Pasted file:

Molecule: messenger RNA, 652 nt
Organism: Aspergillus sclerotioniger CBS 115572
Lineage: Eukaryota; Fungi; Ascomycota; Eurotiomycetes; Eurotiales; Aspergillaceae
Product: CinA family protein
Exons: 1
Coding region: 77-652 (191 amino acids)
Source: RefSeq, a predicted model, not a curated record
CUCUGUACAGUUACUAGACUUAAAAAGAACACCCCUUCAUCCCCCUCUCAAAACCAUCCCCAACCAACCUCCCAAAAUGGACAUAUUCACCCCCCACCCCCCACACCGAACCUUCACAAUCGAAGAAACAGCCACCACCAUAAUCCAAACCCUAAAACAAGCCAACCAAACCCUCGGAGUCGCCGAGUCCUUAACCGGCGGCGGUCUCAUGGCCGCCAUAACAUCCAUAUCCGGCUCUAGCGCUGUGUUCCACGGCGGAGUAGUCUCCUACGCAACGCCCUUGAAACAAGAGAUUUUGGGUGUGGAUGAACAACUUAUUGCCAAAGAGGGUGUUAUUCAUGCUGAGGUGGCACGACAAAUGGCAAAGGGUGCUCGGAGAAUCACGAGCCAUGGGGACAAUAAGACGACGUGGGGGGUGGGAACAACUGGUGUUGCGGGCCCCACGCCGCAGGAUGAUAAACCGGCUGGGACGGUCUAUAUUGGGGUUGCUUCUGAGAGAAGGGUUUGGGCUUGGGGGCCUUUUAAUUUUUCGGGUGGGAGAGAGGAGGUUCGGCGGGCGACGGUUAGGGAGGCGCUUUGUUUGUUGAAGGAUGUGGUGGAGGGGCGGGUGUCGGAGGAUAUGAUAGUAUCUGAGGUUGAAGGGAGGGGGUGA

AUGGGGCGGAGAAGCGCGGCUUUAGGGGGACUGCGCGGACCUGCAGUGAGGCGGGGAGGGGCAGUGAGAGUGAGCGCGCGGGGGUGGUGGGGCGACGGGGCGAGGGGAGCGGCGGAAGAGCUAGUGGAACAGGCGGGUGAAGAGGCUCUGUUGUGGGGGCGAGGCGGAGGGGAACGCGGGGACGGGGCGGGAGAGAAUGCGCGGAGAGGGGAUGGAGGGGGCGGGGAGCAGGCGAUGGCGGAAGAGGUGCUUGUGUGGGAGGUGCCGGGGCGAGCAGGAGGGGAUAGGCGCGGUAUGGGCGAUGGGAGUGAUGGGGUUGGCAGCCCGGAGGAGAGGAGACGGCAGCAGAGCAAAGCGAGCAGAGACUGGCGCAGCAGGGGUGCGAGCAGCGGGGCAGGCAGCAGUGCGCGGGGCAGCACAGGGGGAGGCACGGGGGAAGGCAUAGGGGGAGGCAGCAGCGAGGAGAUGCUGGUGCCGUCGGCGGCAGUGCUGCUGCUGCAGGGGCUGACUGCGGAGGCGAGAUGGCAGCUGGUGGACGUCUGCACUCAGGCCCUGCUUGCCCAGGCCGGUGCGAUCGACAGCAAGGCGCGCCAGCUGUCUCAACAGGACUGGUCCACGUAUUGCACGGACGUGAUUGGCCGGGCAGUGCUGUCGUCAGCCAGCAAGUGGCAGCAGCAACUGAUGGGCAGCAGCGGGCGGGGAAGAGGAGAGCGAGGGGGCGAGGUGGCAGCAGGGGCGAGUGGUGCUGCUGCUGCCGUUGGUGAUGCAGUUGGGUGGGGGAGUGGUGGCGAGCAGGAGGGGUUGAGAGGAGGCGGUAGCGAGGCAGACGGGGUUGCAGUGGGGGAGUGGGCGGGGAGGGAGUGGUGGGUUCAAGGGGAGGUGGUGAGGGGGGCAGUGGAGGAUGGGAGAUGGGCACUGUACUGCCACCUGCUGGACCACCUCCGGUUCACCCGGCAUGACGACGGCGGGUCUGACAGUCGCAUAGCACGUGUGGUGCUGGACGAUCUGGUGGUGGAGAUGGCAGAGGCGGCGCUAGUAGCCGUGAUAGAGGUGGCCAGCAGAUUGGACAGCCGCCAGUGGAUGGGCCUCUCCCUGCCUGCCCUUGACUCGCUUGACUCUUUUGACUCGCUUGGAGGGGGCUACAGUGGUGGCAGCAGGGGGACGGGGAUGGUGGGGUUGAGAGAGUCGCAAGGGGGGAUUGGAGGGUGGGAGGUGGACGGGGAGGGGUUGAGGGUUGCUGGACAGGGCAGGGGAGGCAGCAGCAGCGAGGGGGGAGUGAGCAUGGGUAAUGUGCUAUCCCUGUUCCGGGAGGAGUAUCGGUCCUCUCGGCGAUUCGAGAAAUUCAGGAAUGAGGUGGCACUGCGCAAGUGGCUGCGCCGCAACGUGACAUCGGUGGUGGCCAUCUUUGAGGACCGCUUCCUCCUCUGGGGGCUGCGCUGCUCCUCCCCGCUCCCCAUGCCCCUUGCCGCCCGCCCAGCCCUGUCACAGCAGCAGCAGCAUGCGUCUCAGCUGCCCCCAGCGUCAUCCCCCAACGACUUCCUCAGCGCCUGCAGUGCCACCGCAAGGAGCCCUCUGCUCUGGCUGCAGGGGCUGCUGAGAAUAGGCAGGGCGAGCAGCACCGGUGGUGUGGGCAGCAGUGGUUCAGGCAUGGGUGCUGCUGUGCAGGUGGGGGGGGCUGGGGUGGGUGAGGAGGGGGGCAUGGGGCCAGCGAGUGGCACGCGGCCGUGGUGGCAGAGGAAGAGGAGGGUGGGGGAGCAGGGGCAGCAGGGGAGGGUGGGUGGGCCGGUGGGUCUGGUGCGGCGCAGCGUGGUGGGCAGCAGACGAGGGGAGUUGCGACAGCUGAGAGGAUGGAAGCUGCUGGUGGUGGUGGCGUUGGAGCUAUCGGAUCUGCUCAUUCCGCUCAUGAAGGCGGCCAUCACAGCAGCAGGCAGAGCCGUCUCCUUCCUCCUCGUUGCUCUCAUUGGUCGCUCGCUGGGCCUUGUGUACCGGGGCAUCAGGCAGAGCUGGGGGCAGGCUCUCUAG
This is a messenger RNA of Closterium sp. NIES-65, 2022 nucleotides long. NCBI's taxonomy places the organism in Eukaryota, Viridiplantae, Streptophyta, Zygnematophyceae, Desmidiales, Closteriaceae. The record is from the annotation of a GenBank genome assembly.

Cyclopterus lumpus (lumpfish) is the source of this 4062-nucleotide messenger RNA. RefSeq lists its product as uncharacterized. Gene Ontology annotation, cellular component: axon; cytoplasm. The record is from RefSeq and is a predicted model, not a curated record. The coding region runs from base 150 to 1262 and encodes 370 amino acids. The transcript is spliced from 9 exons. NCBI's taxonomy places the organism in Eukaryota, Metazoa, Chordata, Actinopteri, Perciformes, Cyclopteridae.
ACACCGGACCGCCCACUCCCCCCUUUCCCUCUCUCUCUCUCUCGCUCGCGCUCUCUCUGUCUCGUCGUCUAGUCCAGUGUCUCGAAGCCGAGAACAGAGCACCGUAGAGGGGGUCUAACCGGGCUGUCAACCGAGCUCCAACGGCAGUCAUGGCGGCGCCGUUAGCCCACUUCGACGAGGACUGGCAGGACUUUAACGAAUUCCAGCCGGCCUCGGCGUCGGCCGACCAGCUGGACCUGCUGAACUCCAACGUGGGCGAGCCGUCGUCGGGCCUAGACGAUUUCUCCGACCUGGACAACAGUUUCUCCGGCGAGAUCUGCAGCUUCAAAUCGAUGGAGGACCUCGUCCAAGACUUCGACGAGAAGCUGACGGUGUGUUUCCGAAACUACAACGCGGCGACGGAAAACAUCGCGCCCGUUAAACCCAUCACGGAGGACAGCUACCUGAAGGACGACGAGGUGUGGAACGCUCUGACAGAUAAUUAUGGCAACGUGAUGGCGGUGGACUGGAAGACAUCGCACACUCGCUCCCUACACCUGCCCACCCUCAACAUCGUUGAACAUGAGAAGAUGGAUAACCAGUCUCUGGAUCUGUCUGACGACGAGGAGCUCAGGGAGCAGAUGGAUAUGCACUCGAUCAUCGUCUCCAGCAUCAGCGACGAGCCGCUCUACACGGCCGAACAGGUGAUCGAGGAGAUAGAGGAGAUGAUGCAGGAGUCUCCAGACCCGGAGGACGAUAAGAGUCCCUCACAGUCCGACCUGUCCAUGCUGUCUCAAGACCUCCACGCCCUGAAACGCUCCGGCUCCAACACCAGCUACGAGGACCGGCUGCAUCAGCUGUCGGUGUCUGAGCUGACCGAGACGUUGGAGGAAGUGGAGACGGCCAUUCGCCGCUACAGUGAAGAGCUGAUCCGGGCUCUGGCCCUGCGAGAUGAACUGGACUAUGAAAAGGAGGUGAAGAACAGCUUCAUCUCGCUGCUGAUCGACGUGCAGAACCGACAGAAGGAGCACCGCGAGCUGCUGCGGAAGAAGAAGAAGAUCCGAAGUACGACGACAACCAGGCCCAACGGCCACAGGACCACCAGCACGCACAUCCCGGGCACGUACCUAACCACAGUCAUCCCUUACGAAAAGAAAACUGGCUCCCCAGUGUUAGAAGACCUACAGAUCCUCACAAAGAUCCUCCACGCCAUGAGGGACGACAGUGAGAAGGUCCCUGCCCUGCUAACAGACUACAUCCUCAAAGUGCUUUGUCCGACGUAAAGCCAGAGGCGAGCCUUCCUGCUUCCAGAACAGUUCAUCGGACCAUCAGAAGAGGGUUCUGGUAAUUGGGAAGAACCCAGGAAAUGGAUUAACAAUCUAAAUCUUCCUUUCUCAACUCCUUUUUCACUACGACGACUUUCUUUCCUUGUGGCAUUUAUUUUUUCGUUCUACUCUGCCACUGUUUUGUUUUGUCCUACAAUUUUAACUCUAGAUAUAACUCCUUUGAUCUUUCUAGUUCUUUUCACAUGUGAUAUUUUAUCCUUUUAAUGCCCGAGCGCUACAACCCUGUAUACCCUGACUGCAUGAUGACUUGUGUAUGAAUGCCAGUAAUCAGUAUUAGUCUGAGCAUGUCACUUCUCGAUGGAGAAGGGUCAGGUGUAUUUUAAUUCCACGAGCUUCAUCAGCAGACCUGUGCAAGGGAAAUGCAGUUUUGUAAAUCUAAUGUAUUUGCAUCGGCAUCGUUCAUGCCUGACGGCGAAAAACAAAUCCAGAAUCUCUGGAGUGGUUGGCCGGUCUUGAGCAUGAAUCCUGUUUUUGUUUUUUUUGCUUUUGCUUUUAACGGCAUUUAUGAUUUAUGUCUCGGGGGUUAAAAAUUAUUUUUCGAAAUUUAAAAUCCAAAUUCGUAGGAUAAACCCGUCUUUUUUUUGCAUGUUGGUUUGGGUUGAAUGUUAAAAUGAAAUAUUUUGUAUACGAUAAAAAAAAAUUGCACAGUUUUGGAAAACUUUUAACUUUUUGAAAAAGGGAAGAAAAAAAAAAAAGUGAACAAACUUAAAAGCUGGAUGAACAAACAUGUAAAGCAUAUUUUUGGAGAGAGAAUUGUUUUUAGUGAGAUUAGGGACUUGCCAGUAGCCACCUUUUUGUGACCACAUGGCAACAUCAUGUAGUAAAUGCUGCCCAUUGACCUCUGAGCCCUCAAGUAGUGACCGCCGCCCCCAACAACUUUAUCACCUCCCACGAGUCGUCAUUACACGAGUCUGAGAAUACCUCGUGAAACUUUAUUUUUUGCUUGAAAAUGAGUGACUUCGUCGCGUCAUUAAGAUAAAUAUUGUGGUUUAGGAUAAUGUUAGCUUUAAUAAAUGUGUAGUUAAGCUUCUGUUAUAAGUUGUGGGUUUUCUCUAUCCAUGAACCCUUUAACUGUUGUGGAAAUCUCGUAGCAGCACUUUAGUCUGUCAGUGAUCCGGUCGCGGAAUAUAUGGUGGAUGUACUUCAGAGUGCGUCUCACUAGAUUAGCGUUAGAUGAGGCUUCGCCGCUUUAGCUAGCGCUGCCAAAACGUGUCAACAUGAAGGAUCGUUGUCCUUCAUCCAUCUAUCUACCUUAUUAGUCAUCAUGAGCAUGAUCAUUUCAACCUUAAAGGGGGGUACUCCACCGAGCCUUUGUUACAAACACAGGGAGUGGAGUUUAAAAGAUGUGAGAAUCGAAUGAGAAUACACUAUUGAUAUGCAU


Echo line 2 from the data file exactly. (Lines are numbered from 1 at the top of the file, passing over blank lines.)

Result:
Organism: Aspergillus sclerotioniger CBS 115572